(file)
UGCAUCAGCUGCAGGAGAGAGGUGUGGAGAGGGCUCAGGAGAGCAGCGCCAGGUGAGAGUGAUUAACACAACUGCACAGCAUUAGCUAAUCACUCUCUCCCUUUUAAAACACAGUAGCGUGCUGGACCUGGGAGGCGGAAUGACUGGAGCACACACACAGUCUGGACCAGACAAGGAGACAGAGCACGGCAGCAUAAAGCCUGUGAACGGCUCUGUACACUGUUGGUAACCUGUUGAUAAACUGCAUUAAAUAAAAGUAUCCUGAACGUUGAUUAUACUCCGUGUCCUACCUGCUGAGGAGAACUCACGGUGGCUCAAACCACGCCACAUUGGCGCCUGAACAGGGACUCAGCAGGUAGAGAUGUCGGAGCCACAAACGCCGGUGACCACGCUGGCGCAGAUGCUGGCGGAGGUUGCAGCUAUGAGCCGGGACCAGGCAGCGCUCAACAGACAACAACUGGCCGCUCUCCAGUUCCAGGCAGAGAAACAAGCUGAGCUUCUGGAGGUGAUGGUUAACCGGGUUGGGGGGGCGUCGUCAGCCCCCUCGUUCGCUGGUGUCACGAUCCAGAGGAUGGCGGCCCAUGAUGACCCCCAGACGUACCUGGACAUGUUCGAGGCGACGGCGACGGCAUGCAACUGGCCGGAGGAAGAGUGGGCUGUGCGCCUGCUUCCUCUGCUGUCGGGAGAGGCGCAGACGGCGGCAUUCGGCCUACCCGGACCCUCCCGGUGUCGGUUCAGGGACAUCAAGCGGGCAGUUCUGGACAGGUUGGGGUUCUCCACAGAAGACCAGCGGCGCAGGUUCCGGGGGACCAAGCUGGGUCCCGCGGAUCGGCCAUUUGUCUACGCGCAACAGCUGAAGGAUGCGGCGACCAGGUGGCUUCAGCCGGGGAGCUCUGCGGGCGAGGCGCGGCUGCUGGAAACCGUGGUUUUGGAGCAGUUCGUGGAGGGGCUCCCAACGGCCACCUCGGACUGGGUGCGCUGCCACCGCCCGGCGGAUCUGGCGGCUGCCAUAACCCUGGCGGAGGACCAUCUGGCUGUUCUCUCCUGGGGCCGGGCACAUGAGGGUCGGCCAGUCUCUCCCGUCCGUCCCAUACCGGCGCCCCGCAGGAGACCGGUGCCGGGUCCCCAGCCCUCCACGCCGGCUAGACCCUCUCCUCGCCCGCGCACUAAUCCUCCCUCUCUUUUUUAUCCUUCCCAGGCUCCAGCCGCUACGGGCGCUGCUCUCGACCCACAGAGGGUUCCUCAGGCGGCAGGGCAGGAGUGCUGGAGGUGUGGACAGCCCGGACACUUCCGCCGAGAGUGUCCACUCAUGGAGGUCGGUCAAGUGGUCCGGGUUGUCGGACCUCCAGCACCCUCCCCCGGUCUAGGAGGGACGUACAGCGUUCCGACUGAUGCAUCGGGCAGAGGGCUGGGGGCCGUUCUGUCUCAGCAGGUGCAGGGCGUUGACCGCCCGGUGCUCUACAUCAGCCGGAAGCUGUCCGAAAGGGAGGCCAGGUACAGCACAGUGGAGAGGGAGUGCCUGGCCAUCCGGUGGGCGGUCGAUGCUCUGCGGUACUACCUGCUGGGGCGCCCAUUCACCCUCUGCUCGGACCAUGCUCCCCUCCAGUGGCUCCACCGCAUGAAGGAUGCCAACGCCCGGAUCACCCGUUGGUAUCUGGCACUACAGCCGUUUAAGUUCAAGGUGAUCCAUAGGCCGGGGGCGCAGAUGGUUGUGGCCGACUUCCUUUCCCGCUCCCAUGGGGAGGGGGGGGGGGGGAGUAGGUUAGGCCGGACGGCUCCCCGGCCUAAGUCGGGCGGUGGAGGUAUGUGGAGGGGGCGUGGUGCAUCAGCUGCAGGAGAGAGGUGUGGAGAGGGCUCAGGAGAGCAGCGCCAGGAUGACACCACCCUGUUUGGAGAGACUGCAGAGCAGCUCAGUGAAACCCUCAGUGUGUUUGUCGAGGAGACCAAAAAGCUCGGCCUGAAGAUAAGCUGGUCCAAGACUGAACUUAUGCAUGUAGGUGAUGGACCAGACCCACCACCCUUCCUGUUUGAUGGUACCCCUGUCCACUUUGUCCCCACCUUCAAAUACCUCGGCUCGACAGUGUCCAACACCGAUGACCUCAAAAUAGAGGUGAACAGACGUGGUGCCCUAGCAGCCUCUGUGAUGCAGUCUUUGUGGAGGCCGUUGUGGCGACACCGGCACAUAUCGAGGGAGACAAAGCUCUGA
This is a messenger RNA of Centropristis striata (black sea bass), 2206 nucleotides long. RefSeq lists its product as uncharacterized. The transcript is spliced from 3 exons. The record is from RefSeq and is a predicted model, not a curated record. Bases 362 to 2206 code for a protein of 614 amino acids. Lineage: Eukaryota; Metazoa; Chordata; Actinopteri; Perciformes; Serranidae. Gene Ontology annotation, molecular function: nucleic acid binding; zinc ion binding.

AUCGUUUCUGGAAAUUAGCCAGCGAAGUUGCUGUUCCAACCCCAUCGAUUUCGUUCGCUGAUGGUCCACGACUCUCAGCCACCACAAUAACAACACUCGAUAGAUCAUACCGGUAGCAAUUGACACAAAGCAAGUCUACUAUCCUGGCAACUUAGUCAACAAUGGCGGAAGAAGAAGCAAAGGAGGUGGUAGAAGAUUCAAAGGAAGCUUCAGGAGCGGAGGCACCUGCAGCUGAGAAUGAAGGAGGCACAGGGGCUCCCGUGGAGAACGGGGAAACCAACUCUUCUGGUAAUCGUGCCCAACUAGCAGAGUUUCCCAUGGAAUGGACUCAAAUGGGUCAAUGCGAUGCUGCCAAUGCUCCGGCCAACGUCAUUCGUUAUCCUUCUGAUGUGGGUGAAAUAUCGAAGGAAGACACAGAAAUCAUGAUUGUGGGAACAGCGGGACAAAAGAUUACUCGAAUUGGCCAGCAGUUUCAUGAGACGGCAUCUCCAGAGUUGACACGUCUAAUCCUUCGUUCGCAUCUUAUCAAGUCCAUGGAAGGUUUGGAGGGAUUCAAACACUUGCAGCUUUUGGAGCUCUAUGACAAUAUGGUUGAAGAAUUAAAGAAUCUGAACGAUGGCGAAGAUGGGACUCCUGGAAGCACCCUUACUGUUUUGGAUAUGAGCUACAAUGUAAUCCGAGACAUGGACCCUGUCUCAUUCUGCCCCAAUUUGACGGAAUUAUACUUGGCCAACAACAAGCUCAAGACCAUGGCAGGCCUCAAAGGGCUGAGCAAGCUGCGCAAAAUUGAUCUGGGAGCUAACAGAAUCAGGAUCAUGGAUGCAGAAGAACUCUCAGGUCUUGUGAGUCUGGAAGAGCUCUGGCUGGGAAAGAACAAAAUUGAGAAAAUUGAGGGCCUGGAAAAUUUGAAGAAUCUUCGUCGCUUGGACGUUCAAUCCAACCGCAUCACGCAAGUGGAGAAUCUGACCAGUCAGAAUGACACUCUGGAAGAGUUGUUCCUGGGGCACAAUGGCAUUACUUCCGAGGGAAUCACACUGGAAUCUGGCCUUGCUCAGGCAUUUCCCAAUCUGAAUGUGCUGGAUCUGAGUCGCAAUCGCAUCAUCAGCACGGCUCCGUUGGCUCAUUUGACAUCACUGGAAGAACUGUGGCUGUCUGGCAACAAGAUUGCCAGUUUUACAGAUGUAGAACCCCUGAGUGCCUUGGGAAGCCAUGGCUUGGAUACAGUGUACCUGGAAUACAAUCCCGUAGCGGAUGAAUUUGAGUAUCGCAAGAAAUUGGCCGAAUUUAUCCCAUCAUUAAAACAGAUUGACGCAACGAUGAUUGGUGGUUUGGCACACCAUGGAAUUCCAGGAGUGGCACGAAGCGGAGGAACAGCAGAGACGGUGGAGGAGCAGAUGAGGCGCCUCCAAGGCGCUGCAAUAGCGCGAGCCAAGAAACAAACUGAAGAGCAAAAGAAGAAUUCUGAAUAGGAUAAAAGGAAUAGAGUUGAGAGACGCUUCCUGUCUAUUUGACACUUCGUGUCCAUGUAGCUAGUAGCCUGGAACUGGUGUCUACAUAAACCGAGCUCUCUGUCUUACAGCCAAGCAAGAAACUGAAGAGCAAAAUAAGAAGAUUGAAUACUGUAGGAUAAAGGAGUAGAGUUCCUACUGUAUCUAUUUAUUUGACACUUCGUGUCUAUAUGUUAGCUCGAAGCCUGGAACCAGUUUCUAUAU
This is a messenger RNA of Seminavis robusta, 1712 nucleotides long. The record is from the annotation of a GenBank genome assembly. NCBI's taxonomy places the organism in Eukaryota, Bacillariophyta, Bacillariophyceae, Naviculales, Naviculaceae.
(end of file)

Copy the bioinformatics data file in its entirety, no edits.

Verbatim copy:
UGCAUCAGCUGCAGGAGAGAGGUGUGGAGAGGGCUCAGGAGAGCAGCGCCAGGUGAGAGUGAUUAACACAACUGCACAGCAUUAGCUAAUCACUCUCUCCCUUUUAAAACACAGUAGCGUGCUGGACCUGGGAGGCGGAAUGACUGGAGCACACACACAGUCUGGACCAGACAAGGAGACAGAGCACGGCAGCAUAAAGCCUGUGAACGGCUCUGUACACUGUUGGUAACCUGUUGAUAAACUGCAUUAAAUAAAAGUAUCCUGAACGUUGAUUAUACUCCGUGUCCUACCUGCUGAGGAGAACUCACGGUGGCUCAAACCACGCCACAUUGGCGCCUGAACAGGGACUCAGCAGGUAGAGAUGUCGGAGCCACAAACGCCGGUGACCACGCUGGCGCAGAUGCUGGCGGAGGUUGCAGCUAUGAGCCGGGACCAGGCAGCGCUCAACAGACAACAACUGGCCGCUCUCCAGUUCCAGGCAGAGAAACAAGCUGAGCUUCUGGAGGUGAUGGUUAACCGGGUUGGGGGGGCGUCGUCAGCCCCCUCGUUCGCUGGUGUCACGAUCCAGAGGAUGGCGGCCCAUGAUGACCCCCAGACGUACCUGGACAUGUUCGAGGCGACGGCGACGGCAUGCAACUGGCCGGAGGAAGAGUGGGCUGUGCGCCUGCUUCCUCUGCUGUCGGGAGAGGCGCAGACGGCGGCAUUCGGCCUACCCGGACCCUCCCGGUGUCGGUUCAGGGACAUCAAGCGGGCAGUUCUGGACAGGUUGGGGUUCUCCACAGAAGACCAGCGGCGCAGGUUCCGGGGGACCAAGCUGGGUCCCGCGGAUCGGCCAUUUGUCUACGCGCAACAGCUGAAGGAUGCGGCGACCAGGUGGCUUCAGCCGGGGAGCUCUGCGGGCGAGGCGCGGCUGCUGGAAACCGUGGUUUUGGAGCAGUUCGUGGAGGGGCUCCCAACGGCCACCUCGGACUGGGUGCGCUGCCACCGCCCGGCGGAUCUGGCGGCUGCCAUAACCCUGGCGGAGGACCAUCUGGCUGUUCUCUCCUGGGGCCGGGCACAUGAGGGUCGGCCAGUCUCUCCCGUCCGUCCCAUACCGGCGCCCCGCAGGAGACCGGUGCCGGGUCCCCAGCCCUCCACGCCGGCUAGACCCUCUCCUCGCCCGCGCACUAAUCCUCCCUCUCUUUUUUAUCCUUCCCAGGCUCCAGCCGCUACGGGCGCUGCUCUCGACCCACAGAGGGUUCCUCAGGCGGCAGGGCAGGAGUGCUGGAGGUGUGGACAGCCCGGACACUUCCGCCGAGAGUGUCCACUCAUGGAGGUCGGUCAAGUGGUCCGGGUUGUCGGACCUCCAGCACCCUCCCCCGGUCUAGGAGGGACGUACAGCGUUCCGACUGAUGCAUCGGGCAGAGGGCUGGGGGCCGUUCUGUCUCAGCAGGUGCAGGGCGUUGACCGCCCGGUGCUCUACAUCAGCCGGAAGCUGUCCGAAAGGGAGGCCAGGUACAGCACAGUGGAGAGGGAGUGCCUGGCCAUCCGGUGGGCGGUCGAUGCUCUGCGGUACUACCUGCUGGGGCGCCCAUUCACCCUCUGCUCGGACCAUGCUCCCCUCCAGUGGCUCCACCGCAUGAAGGAUGCCAACGCCCGGAUCACCCGUUGGUAUCUGGCACUACAGCCGUUUAAGUUCAAGGUGAUCCAUAGGCCGGGGGCGCAGAUGGUUGUGGCCGACUUCCUUUCCCGCUCCCAUGGGGAGGGGGGGGGGGGGAGUAGGUUAGGCCGGACGGCUCCCCGGCCUAAGUCGGGCGGUGGAGGUAUGUGGAGGGGGCGUGGUGCAUCAGCUGCAGGAGAGAGGUGUGGAGAGGGCUCAGGAGAGCAGCGCCAGGAUGACACCACCCUGUUUGGAGAGACUGCAGAGCAGCUCAGUGAAACCCUCAGUGUGUUUGUCGAGGAGACCAAAAAGCUCGGCCUGAAGAUAAGCUGGUCCAAGACUGAACUUAUGCAUGUAGGUGAUGGACCAGACCCACCACCCUUCCUGUUUGAUGGUACCCCUGUCCACUUUGUCCCCACCUUCAAAUACCUCGGCUCGACAGUGUCCAACACCGAUGACCUCAAAAUAGAGGUGAACAGACGUGGUGCCCUAGCAGCCUCUGUGAUGCAGUCUUUGUGGAGGCCGUUGUGGCGACACCGGCACAUAUCGAGGGAGACAAAGCUCUGA
This is a messenger RNA of Centropristis striata (black sea bass), 2206 nucleotides long. RefSeq lists its product as uncharacterized. The transcript is spliced from 3 exons. The record is from RefSeq and is a predicted model, not a curated record. Bases 362 to 2206 code for a protein of 614 amino acids. Lineage: Eukaryota; Metazoa; Chordata; Actinopteri; Perciformes; Serranidae. Gene Ontology annotation, molecular function: nucleic acid binding; zinc ion binding.

AUCGUUUCUGGAAAUUAGCCAGCGAAGUUGCUGUUCCAACCCCAUCGAUUUCGUUCGCUGAUGGUCCACGACUCUCAGCCACCACAAUAACAACACUCGAUAGAUCAUACCGGUAGCAAUUGACACAAAGCAAGUCUACUAUCCUGGCAACUUAGUCAACAAUGGCGGAAGAAGAAGCAAAGGAGGUGGUAGAAGAUUCAAAGGAAGCUUCAGGAGCGGAGGCACCUGCAGCUGAGAAUGAAGGAGGCACAGGGGCUCCCGUGGAGAACGGGGAAACCAACUCUUCUGGUAAUCGUGCCCAACUAGCAGAGUUUCCCAUGGAAUGGACUCAAAUGGGUCAAUGCGAUGCUGCCAAUGCUCCGGCCAACGUCAUUCGUUAUCCUUCUGAUGUGGGUGAAAUAUCGAAGGAAGACACAGAAAUCAUGAUUGUGGGAACAGCGGGACAAAAGAUUACUCGAAUUGGCCAGCAGUUUCAUGAGACGGCAUCUCCAGAGUUGACACGUCUAAUCCUUCGUUCGCAUCUUAUCAAGUCCAUGGAAGGUUUGGAGGGAUUCAAACACUUGCAGCUUUUGGAGCUCUAUGACAAUAUGGUUGAAGAAUUAAAGAAUCUGAACGAUGGCGAAGAUGGGACUCCUGGAAGCACCCUUACUGUUUUGGAUAUGAGCUACAAUGUAAUCCGAGACAUGGACCCUGUCUCAUUCUGCCCCAAUUUGACGGAAUUAUACUUGGCCAACAACAAGCUCAAGACCAUGGCAGGCCUCAAAGGGCUGAGCAAGCUGCGCAAAAUUGAUCUGGGAGCUAACAGAAUCAGGAUCAUGGAUGCAGAAGAACUCUCAGGUCUUGUGAGUCUGGAAGAGCUCUGGCUGGGAAAGAACAAAAUUGAGAAAAUUGAGGGCCUGGAAAAUUUGAAGAAUCUUCGUCGCUUGGACGUUCAAUCCAACCGCAUCACGCAAGUGGAGAAUCUGACCAGUCAGAAUGACACUCUGGAAGAGUUGUUCCUGGGGCACAAUGGCAUUACUUCCGAGGGAAUCACACUGGAAUCUGGCCUUGCUCAGGCAUUUCCCAAUCUGAAUGUGCUGGAUCUGAGUCGCAAUCGCAUCAUCAGCACGGCUCCGUUGGCUCAUUUGACAUCACUGGAAGAACUGUGGCUGUCUGGCAACAAGAUUGCCAGUUUUACAGAUGUAGAACCCCUGAGUGCCUUGGGAAGCCAUGGCUUGGAUACAGUGUACCUGGAAUACAAUCCCGUAGCGGAUGAAUUUGAGUAUCGCAAGAAAUUGGCCGAAUUUAUCCCAUCAUUAAAACAGAUUGACGCAACGAUGAUUGGUGGUUUGGCACACCAUGGAAUUCCAGGAGUGGCACGAAGCGGAGGAACAGCAGAGACGGUGGAGGAGCAGAUGAGGCGCCUCCAAGGCGCUGCAAUAGCGCGAGCCAAGAAACAAACUGAAGAGCAAAAGAAGAAUUCUGAAUAGGAUAAAAGGAAUAGAGUUGAGAGACGCUUCCUGUCUAUUUGACACUUCGUGUCCAUGUAGCUAGUAGCCUGGAACUGGUGUCUACAUAAACCGAGCUCUCUGUCUUACAGCCAAGCAAGAAACUGAAGAGCAAAAUAAGAAGAUUGAAUACUGUAGGAUAAAGGAGUAGAGUUCCUACUGUAUCUAUUUAUUUGACACUUCGUGUCUAUAUGUUAGCUCGAAGCCUGGAACCAGUUUCUAUAU
This is a messenger RNA of Seminavis robusta, 1712 nucleotides long. The record is from the annotation of a GenBank genome assembly. NCBI's taxonomy places the organism in Eukaryota, Bacillariophyta, Bacillariophyceae, Naviculales, Naviculaceae.